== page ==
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Reflection

Ethics of Blogging?

I had a meeting with Tina yesterday about a class e-portfolio for her First Year Seminar, “The Bible and Human Rights in Atlanta.” (See The First Week.) I tutored this class a few years ago, so I thought I’d just propose the blogging idea, she would be super excited, and that would be that. But Tina brought up some great points that I hadn’t even thought of.

First, she was concerned about privacy. Her FYS is (as you can imagine with that title) politically charged, and they’ll be discussing such hot button issues as the death penalty, homelessness, the prison industrial complex, gentrification, living wage, racism, classism, sexism, other -isms, and more. (I remember being overwhelmed and confused about these issues as a sophomore tutor; I can’t imagine how I would have responded to this content as a first-year!) As the professor and mediator of these discussions, Tina wants to prioritize students’ comfort in the classroom. If students are given a space online to hash out these issues outside of class, there may be the temptation to throw insults and offend one another instead of listening and dialoguing in a respectful, peaceful way.  I suggested that each student use a code name instead of their real names. Tina and students also draft a Class Contract at the beginning of the semester that outlines what behavior is appropriate for discussion in and outside of class. Maybe this contract can be published on the blog so students and outside readers can reference it. Moderating comments is another possibility.

Another concern Tina has is the ethics of blogging. This class takes trips to different organizations around Atlanta and students meet a lot of people, including those who are homeless or fighting for a living wage. It will be important to stress that students respect other peoples’ privacy by not using real names, or giving their identities away in other ways.

There’s also concern about who will moderate/keep up the blog. Tina is really busy (along with the rest of the dedicated faculty at Agnes) and she doesn’t have time to moderate comments or post everyone’s work. I hope to speak with the class on the first day to see if anyone has ideas for distributing this responsibility.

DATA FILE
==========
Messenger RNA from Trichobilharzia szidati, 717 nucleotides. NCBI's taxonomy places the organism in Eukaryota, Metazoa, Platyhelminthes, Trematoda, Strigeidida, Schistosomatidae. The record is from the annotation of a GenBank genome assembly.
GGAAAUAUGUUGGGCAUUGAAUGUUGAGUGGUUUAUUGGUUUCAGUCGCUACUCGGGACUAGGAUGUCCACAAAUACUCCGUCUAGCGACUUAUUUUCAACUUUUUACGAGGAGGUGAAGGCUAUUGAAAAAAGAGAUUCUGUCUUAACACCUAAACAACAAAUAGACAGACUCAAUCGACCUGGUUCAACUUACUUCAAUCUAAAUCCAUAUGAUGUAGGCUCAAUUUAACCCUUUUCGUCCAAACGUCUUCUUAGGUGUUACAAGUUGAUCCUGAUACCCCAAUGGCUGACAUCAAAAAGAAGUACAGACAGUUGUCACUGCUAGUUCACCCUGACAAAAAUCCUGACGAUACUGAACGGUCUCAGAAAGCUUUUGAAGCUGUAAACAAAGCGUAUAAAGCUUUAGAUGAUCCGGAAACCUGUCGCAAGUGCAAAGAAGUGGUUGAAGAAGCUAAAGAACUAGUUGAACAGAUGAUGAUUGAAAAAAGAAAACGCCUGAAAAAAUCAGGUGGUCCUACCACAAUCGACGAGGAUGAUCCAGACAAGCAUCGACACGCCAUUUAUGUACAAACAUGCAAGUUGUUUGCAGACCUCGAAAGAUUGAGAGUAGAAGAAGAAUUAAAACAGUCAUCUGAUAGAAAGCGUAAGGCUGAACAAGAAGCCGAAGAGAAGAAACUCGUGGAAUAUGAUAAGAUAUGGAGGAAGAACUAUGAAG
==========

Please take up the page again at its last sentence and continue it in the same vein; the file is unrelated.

And finally, will the blog be graded? Will students do it if it’s not? Will the blog format reduce the quality of writing because it’s more conversational? Maybe it can be a weekly participation grade and students can post their reflections after Tina’s graded the more formal hardcopies.

After the meeting I spoke with Emily, my supervisor. We both acknowledged needing a nap before we started talking, so the sleepiness may have contributed to our subsequent confusion. Emily pointed out that this idea of a class e-portfolio seems kind of like a mutation of the individual e-portfolios that the program has been promoting. We’re still questioning what the purpose of class e-portfolios would be, compared to students using class content to make individual e-portfolios.

My hunch is that even though it’s still confusing, class e-portfolios are worth a try. Working in a group is often more effective than working by oneself, so it may be easier for students to start their reflective writing alongside their peers. I also think that once we hash out the concerns that Tina brought up for her FYS, it will be a great class to showcase. Talk about “engaging the social challenges of our times”: what better way to see the development in a Scottie’s voice than to see her work through some of today’s most difficult controversies?

And who knows? If this class can communicate clearly, passionately, and respectfully about these problems, maybe their e-portfolio will become a model for productive dialogue, and plant the seeds for a more peaceful world.

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